Why not start this story in the Stone Age with a quote from a great book about a great Meetjesland town called Watervliet. The book is in Dutch and I translated its name as "Watervliet, a King's Wish and a Knight's Dream".
On page 12 we read:
"In the Stone Age the region of the Scheldt Polders looked like a vast inland lake into which the Scheldt discharged itself. It is said that in the days of the Old Belgians and the start of the Roman Occupation, this inland lake had gradually been transformed into a swampy and very inhospitable region. The Menapians had chosen to live to the west of the Scheldt river and their domain reached to the Meuse (Maas). Meanwhile this situation confirms a statement by Caesar who claimed the Scheldt flowed not into the sea but into the Meuse river. When about 1200 most peat villages in the region came into being, the areas of higher ground were of course very important."
|An old farm.
I suppose in a few years from now it will have been replaced by a few impersonal villas surrounded by immaculate lawns.
The name "Meetjesland" is according to some a fairly recent invention: they claim it is perhaps not more than 2 centuries old. In any case, we are not talking here about a historic region. The word "Meetjesland" is pronounced a bit like Mate-yes-land except that the "e" in that -yes- is pronounced like the e in "the" and the a in "land" is pronounced like the a in "March". (Here is a more comprehensive (but not very authoritative) guide to the pronunciation of Dutch words.)
Yes, but where is this?
|See the green dot north-east of Ghent and west of Brugge (Bruges) ? There it is, our Meetjesland, right up against the Dutch border.|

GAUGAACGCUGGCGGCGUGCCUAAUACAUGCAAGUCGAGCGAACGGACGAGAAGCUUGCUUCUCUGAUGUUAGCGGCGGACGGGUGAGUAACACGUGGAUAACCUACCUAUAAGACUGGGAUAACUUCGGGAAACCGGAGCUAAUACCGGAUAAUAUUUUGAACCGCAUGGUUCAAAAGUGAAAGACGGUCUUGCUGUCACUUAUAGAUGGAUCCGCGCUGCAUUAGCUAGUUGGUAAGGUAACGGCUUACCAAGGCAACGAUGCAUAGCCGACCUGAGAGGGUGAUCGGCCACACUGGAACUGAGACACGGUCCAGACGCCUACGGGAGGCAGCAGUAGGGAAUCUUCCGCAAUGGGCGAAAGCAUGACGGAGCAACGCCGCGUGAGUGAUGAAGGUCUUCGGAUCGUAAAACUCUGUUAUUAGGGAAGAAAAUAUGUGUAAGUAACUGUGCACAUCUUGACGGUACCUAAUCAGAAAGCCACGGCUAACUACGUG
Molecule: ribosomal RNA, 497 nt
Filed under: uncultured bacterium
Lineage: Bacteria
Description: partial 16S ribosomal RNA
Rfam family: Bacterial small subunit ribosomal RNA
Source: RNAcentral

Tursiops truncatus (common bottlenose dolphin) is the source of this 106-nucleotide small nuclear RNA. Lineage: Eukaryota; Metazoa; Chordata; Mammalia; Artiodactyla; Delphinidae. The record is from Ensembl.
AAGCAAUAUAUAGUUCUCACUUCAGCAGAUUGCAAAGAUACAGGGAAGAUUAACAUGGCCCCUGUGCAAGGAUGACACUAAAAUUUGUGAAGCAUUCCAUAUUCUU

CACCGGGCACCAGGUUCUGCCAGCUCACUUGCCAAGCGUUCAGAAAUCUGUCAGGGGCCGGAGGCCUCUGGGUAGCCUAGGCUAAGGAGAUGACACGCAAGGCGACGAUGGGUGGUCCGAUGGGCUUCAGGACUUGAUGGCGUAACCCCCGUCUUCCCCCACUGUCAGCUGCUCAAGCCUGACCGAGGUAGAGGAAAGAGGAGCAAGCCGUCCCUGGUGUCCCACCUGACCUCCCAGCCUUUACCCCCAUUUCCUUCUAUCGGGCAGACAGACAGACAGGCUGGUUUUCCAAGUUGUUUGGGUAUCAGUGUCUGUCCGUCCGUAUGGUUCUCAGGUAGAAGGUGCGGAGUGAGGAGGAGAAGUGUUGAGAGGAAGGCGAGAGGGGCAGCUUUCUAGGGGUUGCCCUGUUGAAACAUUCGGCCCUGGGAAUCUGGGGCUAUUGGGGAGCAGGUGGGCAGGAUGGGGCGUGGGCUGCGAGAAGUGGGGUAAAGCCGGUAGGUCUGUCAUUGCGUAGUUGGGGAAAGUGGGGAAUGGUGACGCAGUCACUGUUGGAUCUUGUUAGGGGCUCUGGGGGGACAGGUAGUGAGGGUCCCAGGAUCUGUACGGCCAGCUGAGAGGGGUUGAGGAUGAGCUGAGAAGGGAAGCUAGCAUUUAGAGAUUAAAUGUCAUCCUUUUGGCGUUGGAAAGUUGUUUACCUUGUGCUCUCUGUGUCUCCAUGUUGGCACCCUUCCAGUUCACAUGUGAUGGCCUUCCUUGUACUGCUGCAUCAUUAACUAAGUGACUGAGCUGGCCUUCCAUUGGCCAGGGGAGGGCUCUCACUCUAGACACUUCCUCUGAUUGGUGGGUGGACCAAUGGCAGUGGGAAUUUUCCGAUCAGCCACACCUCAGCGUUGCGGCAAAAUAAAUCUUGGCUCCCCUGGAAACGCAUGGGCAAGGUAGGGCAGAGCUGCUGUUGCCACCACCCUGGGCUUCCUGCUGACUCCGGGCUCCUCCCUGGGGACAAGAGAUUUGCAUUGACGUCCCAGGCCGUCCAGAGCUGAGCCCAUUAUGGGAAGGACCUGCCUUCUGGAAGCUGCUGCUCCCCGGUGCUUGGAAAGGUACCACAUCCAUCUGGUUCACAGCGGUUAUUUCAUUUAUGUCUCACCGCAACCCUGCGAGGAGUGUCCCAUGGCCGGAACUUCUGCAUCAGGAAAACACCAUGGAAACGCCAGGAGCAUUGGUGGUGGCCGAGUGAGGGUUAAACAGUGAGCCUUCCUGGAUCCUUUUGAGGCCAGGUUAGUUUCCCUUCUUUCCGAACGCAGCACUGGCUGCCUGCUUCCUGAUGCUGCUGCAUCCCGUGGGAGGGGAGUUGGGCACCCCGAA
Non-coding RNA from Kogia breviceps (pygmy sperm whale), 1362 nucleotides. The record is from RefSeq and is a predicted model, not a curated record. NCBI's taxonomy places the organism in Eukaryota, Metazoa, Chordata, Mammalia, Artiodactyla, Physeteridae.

Belgium with its 11,787 square miles is about 312 times smaller than the USA. And our Meetjesland is perhaps a fiftieth part of Belgium. It lies east of Bruges (Brugge).
The northeastern part of our Meetjesland with Ursel, Maldegem, Middelburg, Adegem, St. Laureins, St. Jan-in-Eremo, St. Margriete, Waterland-Oudeman, Watervliet, Kaprijke, Balgerhoeke, Eeklo and Lembeke came under the authority of the Freedom of Bruges (the "Brugse Vrije").
In the eastern part of the Meetjesland we have most of the Four Corporations: Bassevelde, Boekhoute and Oosteeklo were part of the Boekhoute Corporation. Assenede, Ertvelde, Kluizen, Zelzate, Wachtebeke and St. Kruis-Winkel were part of the old Assenede Corporation. The southern part with Aalter, Knesselare, Oostwinkel, Zomergem, Ronsele, Waarschoot, Sleidinge, Evergem, Wondelgem, Mariakerke, Vinderhoute, Lovendegem, Merendree, Hansbeke and Bellem belonged to Ghent ("Oudburg Ghent"). As far as the language is concerned they also speak a very different dialect, for instance in Maldegem and in Assenede.
Consequently, a short general history of the Meetjesland is well nigh impossible, but we will try and tell you a little about each one of its villages.
|Our modern farm |
animals teach each
other to pump their
own drinking water.
And now watering
places like this one have
all but disappeared.
The Meetjesland is not a geographical unit either: in the north we have the polders, an exceptional landscape, wholly man made. During a great storm more than 6 centuries ago, the salty water of the Westerscheldt inundated the land. That terrible catastrophy in that November 1377 night has been called the Elisabeth Flood.